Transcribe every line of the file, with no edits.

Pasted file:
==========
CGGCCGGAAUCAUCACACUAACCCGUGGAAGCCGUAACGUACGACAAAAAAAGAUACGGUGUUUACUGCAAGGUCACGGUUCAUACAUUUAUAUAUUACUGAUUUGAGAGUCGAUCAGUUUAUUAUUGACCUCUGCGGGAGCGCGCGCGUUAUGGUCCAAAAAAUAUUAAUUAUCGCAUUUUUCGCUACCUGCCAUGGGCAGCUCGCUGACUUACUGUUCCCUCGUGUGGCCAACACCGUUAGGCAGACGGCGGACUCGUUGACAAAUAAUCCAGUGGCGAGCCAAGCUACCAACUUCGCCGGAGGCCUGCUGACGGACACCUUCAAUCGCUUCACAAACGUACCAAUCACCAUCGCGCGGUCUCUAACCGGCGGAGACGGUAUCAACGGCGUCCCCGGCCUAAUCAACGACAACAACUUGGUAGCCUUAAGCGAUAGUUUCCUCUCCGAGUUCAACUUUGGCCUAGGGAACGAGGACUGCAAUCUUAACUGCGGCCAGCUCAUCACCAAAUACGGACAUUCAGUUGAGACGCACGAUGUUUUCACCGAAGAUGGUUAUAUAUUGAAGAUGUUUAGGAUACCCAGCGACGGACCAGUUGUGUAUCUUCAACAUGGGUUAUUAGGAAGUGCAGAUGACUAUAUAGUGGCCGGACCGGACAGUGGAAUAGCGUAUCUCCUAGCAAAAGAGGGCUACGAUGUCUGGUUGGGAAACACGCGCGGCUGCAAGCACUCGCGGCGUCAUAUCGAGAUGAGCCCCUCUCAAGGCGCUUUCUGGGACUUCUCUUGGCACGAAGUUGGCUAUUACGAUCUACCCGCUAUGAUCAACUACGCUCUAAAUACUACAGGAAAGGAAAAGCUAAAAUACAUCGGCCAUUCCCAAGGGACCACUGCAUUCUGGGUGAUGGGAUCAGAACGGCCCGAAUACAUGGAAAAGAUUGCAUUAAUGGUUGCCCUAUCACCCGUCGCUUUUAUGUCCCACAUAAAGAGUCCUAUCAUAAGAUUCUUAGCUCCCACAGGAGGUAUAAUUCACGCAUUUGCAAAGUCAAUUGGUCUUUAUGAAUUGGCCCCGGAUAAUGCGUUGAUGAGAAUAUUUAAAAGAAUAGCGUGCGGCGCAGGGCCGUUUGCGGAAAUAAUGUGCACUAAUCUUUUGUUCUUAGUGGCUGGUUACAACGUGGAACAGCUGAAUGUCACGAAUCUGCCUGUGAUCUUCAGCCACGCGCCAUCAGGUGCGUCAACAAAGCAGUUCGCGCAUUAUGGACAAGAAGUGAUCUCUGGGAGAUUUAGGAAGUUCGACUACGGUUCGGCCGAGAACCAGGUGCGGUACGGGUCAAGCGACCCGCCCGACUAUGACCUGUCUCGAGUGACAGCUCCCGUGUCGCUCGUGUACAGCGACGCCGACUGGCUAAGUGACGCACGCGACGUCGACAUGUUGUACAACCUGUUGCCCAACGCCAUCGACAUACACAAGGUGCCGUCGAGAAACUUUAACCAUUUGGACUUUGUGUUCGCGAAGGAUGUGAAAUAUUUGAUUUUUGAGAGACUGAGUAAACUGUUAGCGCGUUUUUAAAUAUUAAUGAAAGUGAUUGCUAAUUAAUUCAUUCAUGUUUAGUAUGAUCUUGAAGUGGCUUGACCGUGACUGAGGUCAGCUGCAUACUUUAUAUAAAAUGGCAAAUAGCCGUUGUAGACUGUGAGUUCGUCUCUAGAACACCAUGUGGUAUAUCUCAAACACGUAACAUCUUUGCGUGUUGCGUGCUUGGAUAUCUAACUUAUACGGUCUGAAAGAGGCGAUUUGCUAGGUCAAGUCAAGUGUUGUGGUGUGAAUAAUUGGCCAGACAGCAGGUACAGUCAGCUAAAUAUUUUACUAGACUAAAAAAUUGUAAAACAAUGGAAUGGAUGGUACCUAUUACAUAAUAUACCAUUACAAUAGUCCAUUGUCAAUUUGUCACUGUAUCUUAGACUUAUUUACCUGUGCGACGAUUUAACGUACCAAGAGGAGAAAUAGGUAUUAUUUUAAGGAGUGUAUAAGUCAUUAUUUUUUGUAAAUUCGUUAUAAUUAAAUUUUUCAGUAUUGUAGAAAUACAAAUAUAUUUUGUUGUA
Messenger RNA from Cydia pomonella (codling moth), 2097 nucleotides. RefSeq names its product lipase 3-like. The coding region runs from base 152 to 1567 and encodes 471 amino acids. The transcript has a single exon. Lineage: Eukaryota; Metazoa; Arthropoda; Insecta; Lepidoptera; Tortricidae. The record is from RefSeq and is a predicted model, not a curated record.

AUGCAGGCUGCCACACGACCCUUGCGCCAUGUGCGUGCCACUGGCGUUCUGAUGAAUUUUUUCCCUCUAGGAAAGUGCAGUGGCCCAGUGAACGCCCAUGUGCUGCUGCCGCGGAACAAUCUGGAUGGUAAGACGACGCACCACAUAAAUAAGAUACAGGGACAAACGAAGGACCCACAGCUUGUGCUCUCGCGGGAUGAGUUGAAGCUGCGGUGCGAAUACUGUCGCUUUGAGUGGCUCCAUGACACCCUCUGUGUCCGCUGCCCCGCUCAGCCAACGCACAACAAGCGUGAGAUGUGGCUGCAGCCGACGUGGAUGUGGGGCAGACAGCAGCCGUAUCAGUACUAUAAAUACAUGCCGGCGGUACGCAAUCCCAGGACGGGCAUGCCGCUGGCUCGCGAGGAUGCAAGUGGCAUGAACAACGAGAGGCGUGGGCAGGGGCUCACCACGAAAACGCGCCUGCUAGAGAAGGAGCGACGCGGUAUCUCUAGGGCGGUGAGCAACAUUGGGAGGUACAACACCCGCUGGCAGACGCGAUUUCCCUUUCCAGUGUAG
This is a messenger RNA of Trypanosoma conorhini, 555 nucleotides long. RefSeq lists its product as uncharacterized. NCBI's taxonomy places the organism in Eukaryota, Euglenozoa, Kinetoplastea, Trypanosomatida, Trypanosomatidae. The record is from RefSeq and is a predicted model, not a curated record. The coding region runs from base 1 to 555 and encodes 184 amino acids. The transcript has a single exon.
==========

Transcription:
CGGCCGGAAUCAUCACACUAACCCGUGGAAGCCGUAACGUACGACAAAAAAAGAUACGGUGUUUACUGCAAGGUCACGGUUCAUACAUUUAUAUAUUACUGAUUUGAGAGUCGAUCAGUUUAUUAUUGACCUCUGCGGGAGCGCGCGCGUUAUGGUCCAAAAAAUAUUAAUUAUCGCAUUUUUCGCUACCUGCCAUGGGCAGCUCGCUGACUUACUGUUCCCUCGUGUGGCCAACACCGUUAGGCAGACGGCGGACUCGUUGACAAAUAAUCCAGUGGCGAGCCAAGCUACCAACUUCGCCGGAGGCCUGCUGACGGACACCUUCAAUCGCUUCACAAACGUACCAAUCACCAUCGCGCGGUCUCUAACCGGCGGAGACGGUAUCAACGGCGUCCCCGGCCUAAUCAACGACAACAACUUGGUAGCCUUAAGCGAUAGUUUCCUCUCCGAGUUCAACUUUGGCCUAGGGAACGAGGACUGCAAUCUUAACUGCGGCCAGCUCAUCACCAAAUACGGACAUUCAGUUGAGACGCACGAUGUUUUCACCGAAGAUGGUUAUAUAUUGAAGAUGUUUAGGAUACCCAGCGACGGACCAGUUGUGUAUCUUCAACAUGGGUUAUUAGGAAGUGCAGAUGACUAUAUAGUGGCCGGACCGGACAGUGGAAUAGCGUAUCUCCUAGCAAAAGAGGGCUACGAUGUCUGGUUGGGAAACACGCGCGGCUGCAAGCACUCGCGGCGUCAUAUCGAGAUGAGCCCCUCUCAAGGCGCUUUCUGGGACUUCUCUUGGCACGAAGUUGGCUAUUACGAUCUACCCGCUAUGAUCAACUACGCUCUAAAUACUACAGGAAAGGAAAAGCUAAAAUACAUCGGCCAUUCCCAAGGGACCACUGCAUUCUGGGUGAUGGGAUCAGAACGGCCCGAAUACAUGGAAAAGAUUGCAUUAAUGGUUGCCCUAUCACCCGUCGCUUUUAUGUCCCACAUAAAGAGUCCUAUCAUAAGAUUCUUAGCUCCCACAGGAGGUAUAAUUCACGCAUUUGCAAAGUCAAUUGGUCUUUAUGAAUUGGCCCCGGAUAAUGCGUUGAUGAGAAUAUUUAAAAGAAUAGCGUGCGGCGCAGGGCCGUUUGCGGAAAUAAUGUGCACUAAUCUUUUGUUCUUAGUGGCUGGUUACAACGUGGAACAGCUGAAUGUCACGAAUCUGCCUGUGAUCUUCAGCCACGCGCCAUCAGGUGCGUCAACAAAGCAGUUCGCGCAUUAUGGACAAGAAGUGAUCUCUGGGAGAUUUAGGAAGUUCGACUACGGUUCGGCCGAGAACCAGGUGCGGUACGGGUCAAGCGACCCGCCCGACUAUGACCUGUCUCGAGUGACAGCUCCCGUGUCGCUCGUGUACAGCGACGCCGACUGGCUAAGUGACGCACGCGACGUCGACAUGUUGUACAACCUGUUGCCCAACGCCAUCGACAUACACAAGGUGCCGUCGAGAAACUUUAACCAUUUGGACUUUGUGUUCGCGAAGGAUGUGAAAUAUUUGAUUUUUGAGAGACUGAGUAAACUGUUAGCGCGUUUUUAAAUAUUAAUGAAAGUGAUUGCUAAUUAAUUCAUUCAUGUUUAGUAUGAUCUUGAAGUGGCUUGACCGUGACUGAGGUCAGCUGCAUACUUUAUAUAAAAUGGCAAAUAGCCGUUGUAGACUGUGAGUUCGUCUCUAGAACACCAUGUGGUAUAUCUCAAACACGUAACAUCUUUGCGUGUUGCGUGCUUGGAUAUCUAACUUAUACGGUCUGAAAGAGGCGAUUUGCUAGGUCAAGUCAAGUGUUGUGGUGUGAAUAAUUGGCCAGACAGCAGGUACAGUCAGCUAAAUAUUUUACUAGACUAAAAAAUUGUAAAACAAUGGAAUGGAUGGUACCUAUUACAUAAUAUACCAUUACAAUAGUCCAUUGUCAAUUUGUCACUGUAUCUUAGACUUAUUUACCUGUGCGACGAUUUAACGUACCAAGAGGAGAAAUAGGUAUUAUUUUAAGGAGUGUAUAAGUCAUUAUUUUUUGUAAAUUCGUUAUAAUUAAAUUUUUCAGUAUUGUAGAAAUACAAAUAUAUUUUGUUGUA
Messenger RNA from Cydia pomonella (codling moth), 2097 nucleotides. RefSeq names its product lipase 3-like. The coding region runs from base 152 to 1567 and encodes 471 amino acids. The transcript has a single exon. Lineage: Eukaryota; Metazoa; Arthropoda; Insecta; Lepidoptera; Tortricidae. The record is from RefSeq and is a predicted model, not a curated record.

AUGCAGGCUGCCACACGACCCUUGCGCCAUGUGCGUGCCACUGGCGUUCUGAUGAAUUUUUUCCCUCUAGGAAAGUGCAGUGGCCCAGUGAACGCCCAUGUGCUGCUGCCGCGGAACAAUCUGGAUGGUAAGACGACGCACCACAUAAAUAAGAUACAGGGACAAACGAAGGACCCACAGCUUGUGCUCUCGCGGGAUGAGUUGAAGCUGCGGUGCGAAUACUGUCGCUUUGAGUGGCUCCAUGACACCCUCUGUGUCCGCUGCCCCGCUCAGCCAACGCACAACAAGCGUGAGAUGUGGCUGCAGCCGACGUGGAUGUGGGGCAGACAGCAGCCGUAUCAGUACUAUAAAUACAUGCCGGCGGUACGCAAUCCCAGGACGGGCAUGCCGCUGGCUCGCGAGGAUGCAAGUGGCAUGAACAACGAGAGGCGUGGGCAGGGGCUCACCACGAAAACGCGCCUGCUAGAGAAGGAGCGACGCGGUAUCUCUAGGGCGGUGAGCAACAUUGGGAGGUACAACACCCGCUGGCAGACGCGAUUUCCCUUUCCAGUGUAG
This is a messenger RNA of Trypanosoma conorhini, 555 nucleotides long. RefSeq lists its product as uncharacterized. NCBI's taxonomy places the organism in Eukaryota, Euglenozoa, Kinetoplastea, Trypanosomatida, Trypanosomatidae. The record is from RefSeq and is a predicted model, not a curated record. The coding region runs from base 1 to 555 and encodes 184 amino acids. The transcript has a single exon.